What goals China's provincial-level governments set for 2024

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An aerial drone photo taken on Jan. 1, 2024 shows the large cruise ship Adora Magic City at the Shanghai Wusongkou International Cruise Terminal in east China's Shanghai. [Photo/Xinhua]

China's provincial-level governments are eyeing new economic engines ranging from AI to new energy vehicles, with a continuous focus on consumption, as indicated by their development plans for 2024.

All provincial-level regions have now unveiled their growth targets for 2024 in government work reports delivered to people's congresses. Their 2024 GDP growth targets vary from 4.5 percent to 8 percent, with the majority expecting to expand their economy by over 5 percent.

Closely-watched economic indicators aside, their documents have also revealed several common goals, with frequent mentions of "new productive forces," "boosting consumption" and "improving business environment."

They point to an ongoing transition toward high-quality economic growth and a greater reliance on the domestic market as China shifts its focus from post-pandemic recovery to sustained expansion.

New productive forces

Most of the government work reports explicitly pledged to foster or expand "new productive forces" in their 2024 road maps.

The concept refers to a new form of productive forces derived from continuous sci-tech breakthroughs and innovation that drive strategic emerging industries and future industries in a more intelligent information era.

The central economic work conference, held late last year to chart economic development in 2024, said China will "promote industrial innovation through technological innovation ... to foster new industries, new models and growth drivers, and develop new productive forces."

The local government work reports have outlined the specific areas where new productive forces are to be anchored.

Guangdong Province, an economic powerhouse in south China, aims to boost new productive forces in industries including integrated circuit, new energy storage and commercial spaceflight. It also plans to foster future industries such as 6G technology and humanoid robots.

Liaoning Province, an old industrial base in northeast China, said it will promote clustered, integrated development of new materials, bio-medicine and other emerging industries.

Hainan, an island province that celebrated robust economic growth last year amid a tourism revival, has rolled out its vision on "new tracks" such as the seed industry and aerospace.

Pan Helin, a researcher at Zhejiang University, said new productive forces have become a buzzword on local government agendas as China pivots to a growth model that prizes quality over quantity.

"Chinese localities are under pressure in the economic transition. The new productive forces are expected to boost economic growth and help win over regional competition." Pan said.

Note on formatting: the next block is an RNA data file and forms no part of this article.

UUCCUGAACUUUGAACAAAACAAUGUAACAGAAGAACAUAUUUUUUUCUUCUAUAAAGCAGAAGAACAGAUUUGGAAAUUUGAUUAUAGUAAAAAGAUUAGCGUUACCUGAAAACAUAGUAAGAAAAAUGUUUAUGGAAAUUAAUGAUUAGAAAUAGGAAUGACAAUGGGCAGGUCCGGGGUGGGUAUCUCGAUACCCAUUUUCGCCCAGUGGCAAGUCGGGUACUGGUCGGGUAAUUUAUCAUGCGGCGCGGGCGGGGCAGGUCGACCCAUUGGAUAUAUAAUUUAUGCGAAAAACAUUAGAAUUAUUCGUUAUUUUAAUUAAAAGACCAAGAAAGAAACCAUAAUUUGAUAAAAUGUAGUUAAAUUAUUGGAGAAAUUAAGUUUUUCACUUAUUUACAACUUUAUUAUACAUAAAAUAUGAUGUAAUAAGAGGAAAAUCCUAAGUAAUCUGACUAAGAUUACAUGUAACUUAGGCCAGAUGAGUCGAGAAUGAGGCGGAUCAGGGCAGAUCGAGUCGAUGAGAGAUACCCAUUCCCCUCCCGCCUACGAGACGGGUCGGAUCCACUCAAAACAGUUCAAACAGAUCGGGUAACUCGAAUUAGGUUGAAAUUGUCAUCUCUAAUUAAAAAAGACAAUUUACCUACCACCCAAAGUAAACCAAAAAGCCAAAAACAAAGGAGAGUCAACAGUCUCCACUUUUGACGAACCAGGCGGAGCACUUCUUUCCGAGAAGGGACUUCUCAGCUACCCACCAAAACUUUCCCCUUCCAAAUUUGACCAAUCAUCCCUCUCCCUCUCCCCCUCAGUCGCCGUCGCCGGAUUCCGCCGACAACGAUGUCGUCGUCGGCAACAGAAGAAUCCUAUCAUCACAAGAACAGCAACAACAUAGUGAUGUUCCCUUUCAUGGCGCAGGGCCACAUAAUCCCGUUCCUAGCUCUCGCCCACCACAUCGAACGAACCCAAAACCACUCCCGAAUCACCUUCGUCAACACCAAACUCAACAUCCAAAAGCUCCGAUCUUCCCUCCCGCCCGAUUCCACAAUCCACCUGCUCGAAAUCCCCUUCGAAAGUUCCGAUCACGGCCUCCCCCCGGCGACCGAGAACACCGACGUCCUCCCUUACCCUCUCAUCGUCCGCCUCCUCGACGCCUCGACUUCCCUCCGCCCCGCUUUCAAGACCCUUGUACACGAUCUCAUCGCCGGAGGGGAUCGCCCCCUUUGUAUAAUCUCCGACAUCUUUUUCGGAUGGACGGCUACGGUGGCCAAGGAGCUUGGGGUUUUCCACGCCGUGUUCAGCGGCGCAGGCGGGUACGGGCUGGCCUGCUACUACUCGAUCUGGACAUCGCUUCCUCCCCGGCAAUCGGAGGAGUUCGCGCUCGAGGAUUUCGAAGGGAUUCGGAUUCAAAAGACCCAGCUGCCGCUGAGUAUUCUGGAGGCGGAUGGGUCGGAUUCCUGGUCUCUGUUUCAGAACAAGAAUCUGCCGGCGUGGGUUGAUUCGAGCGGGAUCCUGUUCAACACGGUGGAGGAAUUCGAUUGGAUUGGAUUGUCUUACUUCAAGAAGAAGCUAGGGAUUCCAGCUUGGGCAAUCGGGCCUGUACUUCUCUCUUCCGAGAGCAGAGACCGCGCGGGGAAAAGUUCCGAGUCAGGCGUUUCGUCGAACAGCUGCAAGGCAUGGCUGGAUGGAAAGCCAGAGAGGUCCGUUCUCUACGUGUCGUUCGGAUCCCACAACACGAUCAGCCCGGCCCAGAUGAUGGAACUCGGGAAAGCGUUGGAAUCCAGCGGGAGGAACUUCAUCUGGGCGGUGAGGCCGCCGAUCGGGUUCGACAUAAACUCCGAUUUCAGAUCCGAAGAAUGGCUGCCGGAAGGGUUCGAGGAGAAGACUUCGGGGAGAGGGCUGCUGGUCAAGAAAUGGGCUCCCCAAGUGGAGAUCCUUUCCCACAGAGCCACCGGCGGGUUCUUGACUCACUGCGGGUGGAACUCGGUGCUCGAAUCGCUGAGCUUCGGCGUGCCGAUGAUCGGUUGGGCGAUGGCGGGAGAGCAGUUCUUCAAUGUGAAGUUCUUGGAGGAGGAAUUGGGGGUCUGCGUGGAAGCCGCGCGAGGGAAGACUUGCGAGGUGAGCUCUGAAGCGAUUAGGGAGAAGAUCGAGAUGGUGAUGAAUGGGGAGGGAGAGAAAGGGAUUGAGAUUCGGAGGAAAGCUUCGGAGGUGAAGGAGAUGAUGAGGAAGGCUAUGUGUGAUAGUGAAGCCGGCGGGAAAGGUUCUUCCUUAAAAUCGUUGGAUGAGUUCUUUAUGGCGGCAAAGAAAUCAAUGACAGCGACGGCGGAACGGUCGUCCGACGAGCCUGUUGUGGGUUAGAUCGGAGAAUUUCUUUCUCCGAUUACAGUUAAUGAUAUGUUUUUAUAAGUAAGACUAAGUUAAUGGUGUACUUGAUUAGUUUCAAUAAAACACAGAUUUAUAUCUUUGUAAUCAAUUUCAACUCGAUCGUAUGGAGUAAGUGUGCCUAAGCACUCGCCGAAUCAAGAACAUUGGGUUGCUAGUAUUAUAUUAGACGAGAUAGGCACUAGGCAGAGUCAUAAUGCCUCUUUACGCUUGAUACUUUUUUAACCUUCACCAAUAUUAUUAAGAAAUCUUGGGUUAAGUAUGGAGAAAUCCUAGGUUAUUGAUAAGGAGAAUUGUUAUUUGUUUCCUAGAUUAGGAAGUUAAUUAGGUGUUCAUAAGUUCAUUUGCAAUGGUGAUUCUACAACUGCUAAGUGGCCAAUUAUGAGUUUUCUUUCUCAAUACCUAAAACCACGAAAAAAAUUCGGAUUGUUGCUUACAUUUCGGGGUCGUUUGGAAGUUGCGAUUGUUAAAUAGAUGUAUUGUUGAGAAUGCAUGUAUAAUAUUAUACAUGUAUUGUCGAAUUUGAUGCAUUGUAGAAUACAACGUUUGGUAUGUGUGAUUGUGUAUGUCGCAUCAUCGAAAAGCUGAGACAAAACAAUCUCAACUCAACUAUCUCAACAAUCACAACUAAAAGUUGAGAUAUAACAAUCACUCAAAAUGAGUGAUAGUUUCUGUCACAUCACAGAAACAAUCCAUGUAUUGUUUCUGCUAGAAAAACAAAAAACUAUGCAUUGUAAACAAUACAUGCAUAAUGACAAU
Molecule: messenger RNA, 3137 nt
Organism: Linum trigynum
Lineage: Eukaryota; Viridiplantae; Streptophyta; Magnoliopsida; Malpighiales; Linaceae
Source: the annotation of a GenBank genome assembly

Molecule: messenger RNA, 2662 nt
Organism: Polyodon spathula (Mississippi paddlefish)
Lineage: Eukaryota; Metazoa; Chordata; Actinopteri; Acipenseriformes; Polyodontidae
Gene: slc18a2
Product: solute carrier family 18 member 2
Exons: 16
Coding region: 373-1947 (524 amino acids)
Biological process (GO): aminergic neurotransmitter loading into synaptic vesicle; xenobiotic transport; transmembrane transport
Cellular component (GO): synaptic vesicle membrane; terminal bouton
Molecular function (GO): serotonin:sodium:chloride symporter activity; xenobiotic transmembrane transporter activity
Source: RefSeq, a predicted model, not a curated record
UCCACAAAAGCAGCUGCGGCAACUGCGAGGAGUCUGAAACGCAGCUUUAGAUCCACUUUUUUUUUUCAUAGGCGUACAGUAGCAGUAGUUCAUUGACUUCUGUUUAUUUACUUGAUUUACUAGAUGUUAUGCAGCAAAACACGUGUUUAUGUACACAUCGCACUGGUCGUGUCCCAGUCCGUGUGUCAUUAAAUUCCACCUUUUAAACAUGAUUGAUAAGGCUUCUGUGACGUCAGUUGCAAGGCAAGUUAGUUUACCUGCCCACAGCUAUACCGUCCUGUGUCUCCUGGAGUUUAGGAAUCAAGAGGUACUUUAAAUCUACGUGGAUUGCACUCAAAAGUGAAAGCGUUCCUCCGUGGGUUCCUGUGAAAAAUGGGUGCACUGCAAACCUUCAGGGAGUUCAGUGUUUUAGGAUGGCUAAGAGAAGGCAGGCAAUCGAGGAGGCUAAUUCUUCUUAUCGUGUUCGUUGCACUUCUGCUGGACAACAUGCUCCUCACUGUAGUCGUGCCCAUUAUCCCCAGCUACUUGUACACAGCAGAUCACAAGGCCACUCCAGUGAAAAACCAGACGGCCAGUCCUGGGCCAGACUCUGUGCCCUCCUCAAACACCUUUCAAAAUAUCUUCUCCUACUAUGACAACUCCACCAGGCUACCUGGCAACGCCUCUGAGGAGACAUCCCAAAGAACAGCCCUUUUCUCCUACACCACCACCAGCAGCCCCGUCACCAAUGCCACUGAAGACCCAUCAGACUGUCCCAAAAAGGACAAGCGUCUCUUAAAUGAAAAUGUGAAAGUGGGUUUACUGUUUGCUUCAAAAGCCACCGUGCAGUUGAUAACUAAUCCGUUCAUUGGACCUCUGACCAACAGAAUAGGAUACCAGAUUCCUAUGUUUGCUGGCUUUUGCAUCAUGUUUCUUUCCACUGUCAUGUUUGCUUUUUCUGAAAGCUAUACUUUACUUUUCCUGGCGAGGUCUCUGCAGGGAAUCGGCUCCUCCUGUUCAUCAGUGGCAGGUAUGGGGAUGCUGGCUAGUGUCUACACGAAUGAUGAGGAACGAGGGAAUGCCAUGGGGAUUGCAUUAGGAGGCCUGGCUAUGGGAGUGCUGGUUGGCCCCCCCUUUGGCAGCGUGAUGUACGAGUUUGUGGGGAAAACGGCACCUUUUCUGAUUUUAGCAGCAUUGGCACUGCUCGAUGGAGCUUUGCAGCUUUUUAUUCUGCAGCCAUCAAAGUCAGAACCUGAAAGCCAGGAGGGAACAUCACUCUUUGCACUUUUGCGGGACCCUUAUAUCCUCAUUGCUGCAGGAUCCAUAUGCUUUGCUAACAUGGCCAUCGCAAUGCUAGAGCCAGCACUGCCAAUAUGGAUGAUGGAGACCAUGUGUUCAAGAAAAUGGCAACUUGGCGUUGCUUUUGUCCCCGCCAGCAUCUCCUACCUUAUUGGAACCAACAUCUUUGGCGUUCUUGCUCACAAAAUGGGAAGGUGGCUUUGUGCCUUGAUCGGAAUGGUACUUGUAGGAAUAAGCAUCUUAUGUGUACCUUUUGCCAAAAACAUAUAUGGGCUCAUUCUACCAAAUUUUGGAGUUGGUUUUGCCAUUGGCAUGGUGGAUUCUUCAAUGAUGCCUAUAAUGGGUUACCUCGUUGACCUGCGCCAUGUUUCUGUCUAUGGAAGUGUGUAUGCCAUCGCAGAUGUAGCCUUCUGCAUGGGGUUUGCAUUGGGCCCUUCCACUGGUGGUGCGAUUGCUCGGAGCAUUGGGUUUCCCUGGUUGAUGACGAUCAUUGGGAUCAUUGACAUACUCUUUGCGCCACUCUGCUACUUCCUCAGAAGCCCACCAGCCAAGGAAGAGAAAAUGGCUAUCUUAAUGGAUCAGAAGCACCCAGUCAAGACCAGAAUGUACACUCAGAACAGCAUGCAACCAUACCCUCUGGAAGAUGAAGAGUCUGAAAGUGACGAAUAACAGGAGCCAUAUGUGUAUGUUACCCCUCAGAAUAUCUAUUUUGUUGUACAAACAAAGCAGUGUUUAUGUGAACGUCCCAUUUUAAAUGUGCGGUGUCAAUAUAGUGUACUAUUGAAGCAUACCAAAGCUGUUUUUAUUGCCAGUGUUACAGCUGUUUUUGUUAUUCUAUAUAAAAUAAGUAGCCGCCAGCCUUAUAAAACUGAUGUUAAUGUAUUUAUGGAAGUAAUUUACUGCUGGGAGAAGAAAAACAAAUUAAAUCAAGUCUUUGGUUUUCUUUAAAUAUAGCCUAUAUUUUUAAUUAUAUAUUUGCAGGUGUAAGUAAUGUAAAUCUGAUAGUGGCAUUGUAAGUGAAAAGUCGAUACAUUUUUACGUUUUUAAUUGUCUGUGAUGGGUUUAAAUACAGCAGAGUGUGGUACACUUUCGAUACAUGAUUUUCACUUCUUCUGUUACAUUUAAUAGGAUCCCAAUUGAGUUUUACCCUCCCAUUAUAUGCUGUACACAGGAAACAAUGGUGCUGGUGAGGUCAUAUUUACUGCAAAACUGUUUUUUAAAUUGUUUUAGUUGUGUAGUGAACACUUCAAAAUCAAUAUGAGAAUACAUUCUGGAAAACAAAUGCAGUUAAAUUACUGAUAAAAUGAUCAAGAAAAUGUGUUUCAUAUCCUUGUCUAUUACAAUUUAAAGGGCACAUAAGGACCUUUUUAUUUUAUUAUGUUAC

Consumption and beyond

All local government work reports highlighted the task of boosting spending in 2024, as the central economic work conference pledged to focus on "expanding domestic demand" for two consecutive years.

Consumption was a significant growth driver in China last year. Final consumption contributed 82.5 percent to the country's GDP growth in 2023, up 43.1 percentage points from 2022.

Digital consumption, health-related consumption, nightlife and new energy vehicles are mentioned frequently in local government goals for the year ahead.

Municipalities including Beijing and Shanghai said they will push ahead with the construction of international consumption center cities, while provinces like Sichuan and Hunan also proposed turning their respective capital cities into global consumption hubs.

In addition, several provinces and autonomous regions with large rural populations have pledged to unleash potentials in rural consumption.

Gansu in northwest China proposed to increase the number of charging facilities in rural areas to encourage the use of new energy vehicles. Xizang in southwest China said it will promote sales of automobiles, furniture and home appliances in the countryside and boost rural e-commerce development.

Dong Yu, executive vice president of the China Institute for Development Planning at Tsinghua University, said local governments have come to prioritize new consumption markets that can boost industry and investment, rather than shopping coupons and promotions.

"They are also working harder to meet the demands of young people, which will in turn promote more new consumption," Dong said. "This rapidly upgrading market now provides an ideal testing ground for multinational companies to improve their global competitiveness."

Other common goals include increased investment in the livelihood and well-being sector, ranging from an employment-first policy to improving childcare services.

"This is in line with China's drive to promote common prosperity for all, while better social security will also spur consumption by dispelling worries for consumers," Pan said. 

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